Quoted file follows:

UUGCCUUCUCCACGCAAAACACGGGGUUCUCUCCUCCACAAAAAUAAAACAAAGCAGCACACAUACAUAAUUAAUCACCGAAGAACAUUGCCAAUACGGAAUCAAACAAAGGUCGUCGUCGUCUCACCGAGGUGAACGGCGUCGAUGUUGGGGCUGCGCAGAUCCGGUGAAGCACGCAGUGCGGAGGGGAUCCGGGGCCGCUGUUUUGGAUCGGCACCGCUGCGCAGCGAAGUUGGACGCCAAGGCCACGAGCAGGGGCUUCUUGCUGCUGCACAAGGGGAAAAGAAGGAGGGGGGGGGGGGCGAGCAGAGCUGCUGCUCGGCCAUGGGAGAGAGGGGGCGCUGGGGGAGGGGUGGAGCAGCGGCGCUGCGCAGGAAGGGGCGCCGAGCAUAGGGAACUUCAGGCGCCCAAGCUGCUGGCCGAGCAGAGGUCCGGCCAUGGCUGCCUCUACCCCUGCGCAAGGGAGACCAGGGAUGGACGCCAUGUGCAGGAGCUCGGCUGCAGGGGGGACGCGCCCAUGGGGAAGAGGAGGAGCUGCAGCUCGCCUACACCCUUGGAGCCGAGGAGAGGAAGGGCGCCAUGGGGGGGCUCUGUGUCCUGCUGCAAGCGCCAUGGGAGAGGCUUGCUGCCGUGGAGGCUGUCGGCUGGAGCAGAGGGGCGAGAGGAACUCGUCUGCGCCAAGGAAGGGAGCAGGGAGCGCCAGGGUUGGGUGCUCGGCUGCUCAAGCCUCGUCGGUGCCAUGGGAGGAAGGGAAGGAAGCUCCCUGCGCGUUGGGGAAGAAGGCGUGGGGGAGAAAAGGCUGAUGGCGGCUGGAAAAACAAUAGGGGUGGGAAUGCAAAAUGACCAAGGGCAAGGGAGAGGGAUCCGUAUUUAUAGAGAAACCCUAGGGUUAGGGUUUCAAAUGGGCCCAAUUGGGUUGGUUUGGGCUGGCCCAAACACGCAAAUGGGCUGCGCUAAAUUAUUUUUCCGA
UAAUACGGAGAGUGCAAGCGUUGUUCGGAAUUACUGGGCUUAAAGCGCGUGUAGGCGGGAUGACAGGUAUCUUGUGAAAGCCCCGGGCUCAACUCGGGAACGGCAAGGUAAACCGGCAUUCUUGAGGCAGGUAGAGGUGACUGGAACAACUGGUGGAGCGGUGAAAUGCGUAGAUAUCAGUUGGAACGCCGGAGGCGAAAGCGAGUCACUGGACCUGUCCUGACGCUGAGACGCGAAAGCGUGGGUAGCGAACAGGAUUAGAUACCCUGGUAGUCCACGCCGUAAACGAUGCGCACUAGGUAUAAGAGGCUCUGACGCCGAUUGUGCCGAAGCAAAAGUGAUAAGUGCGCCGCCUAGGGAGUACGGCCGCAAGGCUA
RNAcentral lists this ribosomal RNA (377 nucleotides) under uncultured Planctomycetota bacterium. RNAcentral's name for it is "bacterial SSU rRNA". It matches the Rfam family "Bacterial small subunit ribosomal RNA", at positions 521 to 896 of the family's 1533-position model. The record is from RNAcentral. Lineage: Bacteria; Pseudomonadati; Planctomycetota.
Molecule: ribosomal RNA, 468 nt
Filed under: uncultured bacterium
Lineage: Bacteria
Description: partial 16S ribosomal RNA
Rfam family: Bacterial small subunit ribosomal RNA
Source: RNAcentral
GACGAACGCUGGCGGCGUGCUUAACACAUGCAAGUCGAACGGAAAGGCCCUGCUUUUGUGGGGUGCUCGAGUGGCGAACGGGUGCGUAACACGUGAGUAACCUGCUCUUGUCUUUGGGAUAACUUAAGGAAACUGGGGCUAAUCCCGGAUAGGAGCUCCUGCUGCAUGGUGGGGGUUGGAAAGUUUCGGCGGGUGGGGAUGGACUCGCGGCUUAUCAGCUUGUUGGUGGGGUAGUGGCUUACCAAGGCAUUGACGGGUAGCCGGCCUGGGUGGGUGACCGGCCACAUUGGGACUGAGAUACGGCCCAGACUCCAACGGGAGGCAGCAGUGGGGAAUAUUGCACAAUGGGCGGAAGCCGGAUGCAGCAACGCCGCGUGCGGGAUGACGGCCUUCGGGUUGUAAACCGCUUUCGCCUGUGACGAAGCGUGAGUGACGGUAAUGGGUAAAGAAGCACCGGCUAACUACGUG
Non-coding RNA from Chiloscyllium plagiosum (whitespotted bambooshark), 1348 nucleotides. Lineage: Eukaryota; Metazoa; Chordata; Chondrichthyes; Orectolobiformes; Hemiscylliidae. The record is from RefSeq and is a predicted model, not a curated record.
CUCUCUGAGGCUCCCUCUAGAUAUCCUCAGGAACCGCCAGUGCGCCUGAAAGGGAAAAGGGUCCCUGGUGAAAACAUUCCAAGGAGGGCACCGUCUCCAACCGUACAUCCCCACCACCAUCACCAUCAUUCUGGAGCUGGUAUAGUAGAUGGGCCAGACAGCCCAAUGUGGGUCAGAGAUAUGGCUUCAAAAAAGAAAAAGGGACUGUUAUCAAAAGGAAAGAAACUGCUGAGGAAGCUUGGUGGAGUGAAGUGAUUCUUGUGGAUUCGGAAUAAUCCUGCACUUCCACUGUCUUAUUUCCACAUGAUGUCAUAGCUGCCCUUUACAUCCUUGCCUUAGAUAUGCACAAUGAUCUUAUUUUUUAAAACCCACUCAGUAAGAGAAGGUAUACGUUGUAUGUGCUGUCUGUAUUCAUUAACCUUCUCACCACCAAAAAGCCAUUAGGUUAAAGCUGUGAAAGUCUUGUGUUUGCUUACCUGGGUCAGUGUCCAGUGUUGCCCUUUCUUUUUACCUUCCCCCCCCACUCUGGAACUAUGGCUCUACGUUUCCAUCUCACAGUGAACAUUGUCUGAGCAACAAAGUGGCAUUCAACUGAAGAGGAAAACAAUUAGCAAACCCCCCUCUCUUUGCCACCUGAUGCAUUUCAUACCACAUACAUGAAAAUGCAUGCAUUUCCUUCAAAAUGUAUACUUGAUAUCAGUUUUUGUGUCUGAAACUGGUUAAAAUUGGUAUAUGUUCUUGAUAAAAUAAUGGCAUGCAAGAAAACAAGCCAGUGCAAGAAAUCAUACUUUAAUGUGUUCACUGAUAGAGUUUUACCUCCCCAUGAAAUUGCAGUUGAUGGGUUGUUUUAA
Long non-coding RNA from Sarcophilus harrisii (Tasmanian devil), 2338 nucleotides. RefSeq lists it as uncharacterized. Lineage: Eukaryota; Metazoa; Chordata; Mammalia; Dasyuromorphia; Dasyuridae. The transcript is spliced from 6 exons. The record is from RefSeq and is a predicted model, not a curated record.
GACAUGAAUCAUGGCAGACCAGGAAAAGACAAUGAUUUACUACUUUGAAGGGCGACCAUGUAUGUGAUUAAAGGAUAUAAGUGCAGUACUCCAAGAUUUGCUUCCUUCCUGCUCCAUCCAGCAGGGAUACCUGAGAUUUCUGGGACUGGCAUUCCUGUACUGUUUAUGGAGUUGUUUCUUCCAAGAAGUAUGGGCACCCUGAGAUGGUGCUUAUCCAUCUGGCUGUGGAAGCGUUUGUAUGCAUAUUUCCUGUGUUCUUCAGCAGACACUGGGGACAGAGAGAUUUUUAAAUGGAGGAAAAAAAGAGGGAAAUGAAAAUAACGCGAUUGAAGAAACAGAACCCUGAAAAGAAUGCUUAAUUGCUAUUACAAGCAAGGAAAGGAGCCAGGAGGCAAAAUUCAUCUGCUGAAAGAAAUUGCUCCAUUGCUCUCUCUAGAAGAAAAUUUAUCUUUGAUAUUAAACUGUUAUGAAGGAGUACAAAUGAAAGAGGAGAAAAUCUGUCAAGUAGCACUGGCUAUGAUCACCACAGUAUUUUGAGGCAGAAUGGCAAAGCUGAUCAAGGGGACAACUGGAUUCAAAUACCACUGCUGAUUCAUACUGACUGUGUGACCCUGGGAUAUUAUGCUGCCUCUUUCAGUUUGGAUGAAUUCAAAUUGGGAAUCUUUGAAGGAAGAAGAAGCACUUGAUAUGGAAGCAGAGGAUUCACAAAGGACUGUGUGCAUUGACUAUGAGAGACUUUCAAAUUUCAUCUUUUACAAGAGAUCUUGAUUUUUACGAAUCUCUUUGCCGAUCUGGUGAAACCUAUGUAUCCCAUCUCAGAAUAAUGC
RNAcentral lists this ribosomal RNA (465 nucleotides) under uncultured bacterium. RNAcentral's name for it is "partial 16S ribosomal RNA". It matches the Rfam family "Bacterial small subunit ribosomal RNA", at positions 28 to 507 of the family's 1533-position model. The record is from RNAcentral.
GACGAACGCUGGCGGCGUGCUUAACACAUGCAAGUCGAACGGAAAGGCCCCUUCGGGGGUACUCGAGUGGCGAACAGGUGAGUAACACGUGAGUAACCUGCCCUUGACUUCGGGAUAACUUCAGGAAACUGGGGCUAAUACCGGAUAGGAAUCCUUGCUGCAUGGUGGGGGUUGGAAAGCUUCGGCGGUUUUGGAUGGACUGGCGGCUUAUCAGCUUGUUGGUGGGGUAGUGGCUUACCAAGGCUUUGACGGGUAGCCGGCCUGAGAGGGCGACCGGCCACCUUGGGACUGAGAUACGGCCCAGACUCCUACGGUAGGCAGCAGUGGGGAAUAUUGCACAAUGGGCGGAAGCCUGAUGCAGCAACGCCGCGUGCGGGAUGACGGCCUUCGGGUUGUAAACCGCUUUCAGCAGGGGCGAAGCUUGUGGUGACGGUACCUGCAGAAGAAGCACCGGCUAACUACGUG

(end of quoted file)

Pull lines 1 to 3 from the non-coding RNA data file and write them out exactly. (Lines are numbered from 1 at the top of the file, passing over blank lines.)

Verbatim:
UUGCCUUCUCCACGCAAAACACGGGGUUCUCUCCUCCACAAAAAUAAAACAAAGCAGCACACAUACAUAAUUAAUCACCGAAGAACAUUGCCAAUACGGAAUCAAACAAAGGUCGUCGUCGUCUCACCGAGGUGAACGGCGUCGAUGUUGGGGCUGCGCAGAUCCGGUGAAGCACGCAGUGCGGAGGGGAUCCGGGGCCGCUGUUUUGGAUCGGCACCGCUGCGCAGCGAAGUUGGACGCCAAGGCCACGAGCAGGGGCUUCUUGCUGCUGCACAAGGGGAAAAGAAGGAGGGGGGGGGGGGCGAGCAGAGCUGCUGCUCGGCCAUGGGAGAGAGGGGGCGCUGGGGGAGGGGUGGAGCAGCGGCGCUGCGCAGGAAGGGGCGCCGAGCAUAGGGAACUUCAGGCGCCCAAGCUGCUGGCCGAGCAGAGGUCCGGCCAUGGCUGCCUCUACCCCUGCGCAAGGGAGACCAGGGAUGGACGCCAUGUGCAGGAGCUCGGCUGCAGGGGGGACGCGCCCAUGGGGAAGAGGAGGAGCUGCAGCUCGCCUACACCCUUGGAGCCGAGGAGAGGAAGGGCGCCAUGGGGGGGCUCUGUGUCCUGCUGCAAGCGCCAUGGGAGAGGCUUGCUGCCGUGGAGGCUGUCGGCUGGAGCAGAGGGGCGAGAGGAACUCGUCUGCGCCAAGGAAGGGAGCAGGGAGCGCCAGGGUUGGGUGCUCGGCUGCUCAAGCCUCGUCGGUGCCAUGGGAGGAAGGGAAGGAAGCUCCCUGCGCGUUGGGGAAGAAGGCGUGGGGGAGAAAAGGCUGAUGGCGGCUGGAAAAACAAUAGGGGUGGGAAUGCAAAAUGACCAAGGGCAAGGGAGAGGGAUCCGUAUUUAUAGAGAAACCCUAGGGUUAGGGUUUCAAAUGGGCCCAAUUGGGUUGGUUUGGGCUGGCCCAAACACGCAAAUGGGCUGCGCUAAAUUAUUUUUCCGA
UAAUACGGAGAGUGCAAGCGUUGUUCGGAAUUACUGGGCUUAAAGCGCGUGUAGGCGGGAUGACAGGUAUCUUGUGAAAGCCCCGGGCUCAACUCGGGAACGGCAAGGUAAACCGGCAUUCUUGAGGCAGGUAGAGGUGACUGGAACAACUGGUGGAGCGGUGAAAUGCGUAGAUAUCAGUUGGAACGCCGGAGGCGAAAGCGAGUCACUGGACCUGUCCUGACGCUGAGACGCGAAAGCGUGGGUAGCGAACAGGAUUAGAUACCCUGGUAGUCCACGCCGUAAACGAUGCGCACUAGGUAUAAGAGGCUCUGACGCCGAUUGUGCCGAAGCAAAAGUGAUAAGUGCGCCGCCUAGGGAGUACGGCCGCAAGGCUA
RNAcentral lists this ribosomal RNA (377 nucleotides) under uncultured Planctomycetota bacterium. RNAcentral's name for it is "bacterial SSU rRNA". It matches the Rfam family "Bacterial small subunit ribosomal RNA", at positions 521 to 896 of the family's 1533-position model. The record is from RNAcentral. Lineage: Bacteria; Pseudomonadati; Planctomycetota.